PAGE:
2. You note that about 30 percent of children in Florida live within one mile of a TRI site. Is Florida an extreme case? How are the effects of pollutants on cognitive development applicable to other areas of the United States and the world?
There are currently about 21,800 TRI sites operating across
the United States and the Environmental Protection Agency estimates that 59
million people (about 19 percent of the population) live within one mile of a
TRI site (EPA 2014). We find that nearly 22 percent of all public schools were
within one mile of a TRI facility in 2016 serving more than 11 million public
While other countries don’t call their factories TRI sites, it is likely that my findings could generalize to power plants, pharmaceutical industry, chemical, metal, and concrete manufacturers, as well as other factories that produce pollution containing carcinogens or known developmental toxicants worldwide. It is difficult to know how many people this would affect given that there isn’t a central database for international pollution, but my guess is that many people are affected.
3. What is one takeaway from your article that you’d like to communicate to non-scholars (or policymakers)?
have strong implications for where we locate schools, playgrounds, public
housing and places children or pregnant women congregate. For a long time, we
have known that neighborhoods matter to children’s long-term outcomes. We are
starting to realize that pollution is one major reason why this is the case,
that pollution might drive more inequality than we are comfortable with, and
that the true costs of pollution are only beginning to be understood.
4. To what extent do you feel that your research could inspire change in policy?
I think policymakers are starting to be interested in these findings, and I am optimistic about the future. While the land near TRI sites is cheaper to build a school on in the short run, the truth is that these sites might jeopardize the very mission of the schools located there. This also says nothing of the long-run costs on the children exposed to this type of pollution. In the back of the envelope calculation, we find that being exposed to TRI pollution in school leads to a US$4,361 decrease in lifetime income per person (in present value terms). With 436,088 children in Florida ever attending school within one mile of an operating TRI site during this sample period, this result implies US$1,875,178,400 in lost lifetime earnings.
5. Will you continue to pursue similar questions or will you take your research in another direction?
Yes, I am pursuing several new projects about the true costs of pollution. For example, I have another new working paper (along with David Simon and Jenni Heissel) in which we compare students who have to switch from elementary to middle school or from middle school to high school as they progress through the school system. We compare children who switch from a school that is upwind from a highway to a school that is downwind of a highway, and again find that highway pollution affects students’ test scores, behavior, and absences. Children who attend school near a major highway are again more likely to be low income or minority than children attending school elsewhere.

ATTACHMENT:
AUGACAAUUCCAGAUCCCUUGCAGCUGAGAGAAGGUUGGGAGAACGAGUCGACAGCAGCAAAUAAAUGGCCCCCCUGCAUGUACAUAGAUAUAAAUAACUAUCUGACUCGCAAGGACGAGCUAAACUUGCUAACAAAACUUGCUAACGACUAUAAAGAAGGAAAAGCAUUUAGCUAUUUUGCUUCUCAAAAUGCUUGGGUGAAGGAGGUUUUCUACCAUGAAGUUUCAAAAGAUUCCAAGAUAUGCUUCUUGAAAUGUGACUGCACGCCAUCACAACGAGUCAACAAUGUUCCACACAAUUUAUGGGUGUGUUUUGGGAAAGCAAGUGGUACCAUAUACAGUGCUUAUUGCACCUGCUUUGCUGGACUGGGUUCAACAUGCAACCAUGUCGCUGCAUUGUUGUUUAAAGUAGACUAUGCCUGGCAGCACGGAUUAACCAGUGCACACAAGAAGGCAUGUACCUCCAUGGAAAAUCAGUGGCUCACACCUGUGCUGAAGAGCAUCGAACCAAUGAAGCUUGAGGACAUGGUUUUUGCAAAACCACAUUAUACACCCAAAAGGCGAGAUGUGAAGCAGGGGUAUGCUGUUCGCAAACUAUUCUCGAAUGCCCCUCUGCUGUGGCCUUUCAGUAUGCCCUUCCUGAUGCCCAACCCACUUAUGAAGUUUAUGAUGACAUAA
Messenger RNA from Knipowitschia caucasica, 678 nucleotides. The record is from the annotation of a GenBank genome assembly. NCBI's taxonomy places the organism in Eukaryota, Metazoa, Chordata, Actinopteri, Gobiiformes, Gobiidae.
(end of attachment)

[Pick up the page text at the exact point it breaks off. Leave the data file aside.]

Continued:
Note: Toxic Release Inventory facilities are shown in blue and sites on the Superfund National Priorities List are shown in red.
Claudia Persico is an applied policy scholar whose research focuses on environmental policy, inequality, health and education policy using causal inference methods. Persico is also an IZA Research Affiliate, and a Research Affiliate with the Institute for Policy Research at Northwestern University. Her research has recently been featured in the Quarterly Journal of Economics, the Journal of Labor Economics, and the Journal of Human Resources. Her current work examines the social and biological mechanisms underlying the relationships between poverty, the environment, and children’s cognitive development and health. In particular, much of her current research focuses on how early exposure to environmental pollution can cause inequality by affecting child health, development, behavior, and academic achievement. She has also studied how school funding affects long term outcomes, how school segregation impacts racial disproportionalities in special education, and how childhood exposure to pollution affects academic outcomes. Her research has been covered by the New York Times, the Washington Post, NPR, the Atlantic, and many other major media outlets. She was formerly an Assistant Professor at the University of Wisconsin-Madison.
For a long time, economists lacked an objective way to measure complicated outcomes like well-being, so this aspect of human life didn’t receive much attention in the economic literature. Heinz Welsch is part of a growing movement in research to use subjective data, such as survey responses, to understand human impacts. In a video for Latest Thinking, Welsch describes his study examining the relationship between type of energy source and citizen well-being, the results of which were published in Land Economics journal.
Source: Heinz Welsch on Electricity Supply and Citizen Well-Being | Latest Thinking
The study looked at German citizens’ proximity to solar, wind, and biomass plants. The authors relied on survey responses to find correlations between well-being and the presence of a particular type of power facility in the local area. Welsch and his coauthor Charlotte von Möllendorff found that while the positive financial and moral aspects of solar energy balanced out the negative, “eyesore” qualities of solar installations, resulting in no net impact for citizens, those living near biomass facilities experienced significant decrease in well-being due to the strong odors emitted by the plants. Interestingly, people who had to deal with wind turbines going up in their neighborhoods experienced negative well-being for a certain period following installation, but this changed over time into an overall positive effect.